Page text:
The FTC's complaint cites advertising claims made on D-Link's website that promoted the router's security-related features, including materials with headlines such as "EASY to SECURE" and "ADVANCED NETWORK SECURITY." D-Link also posted a "Security Event Response Policy" on its product support page stating, among other things, that "D-Link prohibits at all times . . . any intentional product features or behaviors which allow unauthorized access to the device or network."

Despite these representations, the FTC alleged that D-Link failed to reasonably address "well-known" and "easily preventable security flaws," such as:

  • "hard-coded" login credentials integrated into D-Link camera software—such as the username "guest" and the password "guest"—that could allow unauthorized access to the cameras' live feed;
  • a software flaw known as "command injection" that could enable remote attackers to take control of consumers' routers by sending unauthorized commands to the routers over the Internet;
  • the mishandling of a private key code used to sign into D-Link software, such that it was openly available on a public website for six months; and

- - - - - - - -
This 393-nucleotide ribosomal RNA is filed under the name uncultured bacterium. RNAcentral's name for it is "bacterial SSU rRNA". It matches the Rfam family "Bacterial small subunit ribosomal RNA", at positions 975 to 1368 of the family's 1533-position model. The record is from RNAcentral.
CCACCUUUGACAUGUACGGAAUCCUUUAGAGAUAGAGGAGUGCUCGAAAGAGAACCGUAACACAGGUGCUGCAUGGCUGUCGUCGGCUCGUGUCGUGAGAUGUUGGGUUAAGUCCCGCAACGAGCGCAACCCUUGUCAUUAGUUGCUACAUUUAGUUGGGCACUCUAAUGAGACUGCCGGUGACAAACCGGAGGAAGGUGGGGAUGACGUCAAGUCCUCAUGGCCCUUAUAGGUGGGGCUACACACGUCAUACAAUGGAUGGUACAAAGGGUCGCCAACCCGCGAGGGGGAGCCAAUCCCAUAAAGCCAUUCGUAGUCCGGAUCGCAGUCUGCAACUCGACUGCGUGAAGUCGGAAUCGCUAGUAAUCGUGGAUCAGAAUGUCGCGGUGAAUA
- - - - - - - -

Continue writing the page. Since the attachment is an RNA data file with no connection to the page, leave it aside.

• leaving users' login credentials for D-Link's mobile app unsecured in clear, readable text on their mobile devices, even though there is free software available to secure the information.

The import of these security vulnerabilities, according to the FTC's press release, is that hackers can exploit them to "obtain consumers' tax returns or other files stored on the router's attached storage device" or "use the router to attack other devices on the local network." In addition, "by using a compromised camera, an attacker could monitor a consumer's whereabouts in order to target them for theft . . . or watch and record their personal activities and conversations."

Key Takeaways